The Civil War was fought between the Northern States, known as the Union Army, and the Southern States, known as the Confederate Army. The Civil War started on April 12, 1861 and lasted until mid-1865. The Civil War arose out of deep disagreements regarding everything from State’s rights, but the primary cause was the contrasting views regarding slavery. While the Southern States supported continued slavery, the Northern States wanted to end this practice. Many scholars believe the Civil War was due to the election of Abraham Lincoln in 1860, who supported the North, causing the Southern States to split from the United States.
During the pre-civil war time period— also known as the antebellum years— America experienced a widespread transformation for the sake of its economy. With the booming belief of the Manifest Destiny, America’s constant desire for westward expansion caused disputes between the North and the South regarding the establishment of free states and slave states, which led to certain compromises such as the Missouri Compromise. After the Market Revolution, the North and South used its new gained land to create different means of economic gains; the North became industrialized through manufacturing, while the South became an agricultural industry dependent on cotton. However, as America’s boundaries expanded, tensions between the North and South grew, often leading to compromises in bloodshed. The drastic differences between the two groups eventually transformed America into a divided nation of sectionalism economically, politically, and socially.
Before the Emancipation Proclamation was issued by Abraham Lincoln during the Civil War, the idea of freeing the slaves was a controversial topic between states. It was decided through an election in 1860, in which the electoral majority favors the freedom of slaves. Ultimately, it led to conflict between states and into the Civil War. During the Civil War, Lincoln primary goal was to preserve union and peace at first. However, later on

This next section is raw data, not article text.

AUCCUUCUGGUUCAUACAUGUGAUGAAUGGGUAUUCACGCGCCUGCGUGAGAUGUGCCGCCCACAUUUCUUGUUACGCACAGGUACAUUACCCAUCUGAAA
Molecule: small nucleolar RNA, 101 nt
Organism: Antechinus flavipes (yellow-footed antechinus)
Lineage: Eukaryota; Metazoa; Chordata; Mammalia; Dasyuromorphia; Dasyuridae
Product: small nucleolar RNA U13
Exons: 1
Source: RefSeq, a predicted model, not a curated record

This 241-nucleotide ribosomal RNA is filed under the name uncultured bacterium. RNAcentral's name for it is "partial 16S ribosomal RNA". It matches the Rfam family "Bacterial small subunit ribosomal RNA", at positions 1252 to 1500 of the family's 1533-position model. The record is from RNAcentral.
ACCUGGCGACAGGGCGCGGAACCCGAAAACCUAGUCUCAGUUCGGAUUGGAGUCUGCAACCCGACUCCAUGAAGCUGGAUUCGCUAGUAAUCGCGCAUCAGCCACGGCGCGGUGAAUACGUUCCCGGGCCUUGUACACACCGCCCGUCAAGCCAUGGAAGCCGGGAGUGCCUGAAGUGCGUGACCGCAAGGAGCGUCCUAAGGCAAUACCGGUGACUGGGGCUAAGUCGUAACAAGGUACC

The establishment and usage of the railroad system played a critical role in the westward expansion of the United States, it was crucial in providing a means of communication, but more importantly it was the key in transporting the much-needed resources across the United States and the territories in order to expand. In 1860, the majority of cities within the United States with populations of 500,000 to 100,000 were found in the North-Eastern states, cities such as Boston
Slavery developed into a highly addressed and matter during the Revolutionary era, which resulted from important political figures such as Thomas Paine, and more importantly by the Revolutionary War. As the war began it became clear that in order to obtain victories the British would need to employ uncommon tactics to recruit more soldiers. The British army did this by offering slaves liberty in exchange for their service to the British army. The colonies, however had multiple tactics in gaining more soldiers as well, such as buying the slaves’ freedom or by paying them to fight in the war. Slavery also during the Revolution resulted in individuals beginning to question slavery and whether it was morally acceptable to continue its practice.
Militarism denoted a rise in military expenditure and it increased in military and naval forces. It put more influence of the military men upon the policies of the civilian government. Militarism had a preference for force as a solution to problems. This was one of the main causes of the First World War. The second cause was there were too many alliances which often conflicted with one another.
How did railroads impact America after the Civil War? Throughout history, transportation has helped move people and materials around in civilizations. Transportation has enabled the growth of cities and has further increased the development of complex societies. A method of transportation widely used is the system of railroads; before cars and airplanes became popular, trains dominated passenger and freight services due to their simplicity and business versatility. Railroads became more widespread in the United States after economic damages caused by the Civil War.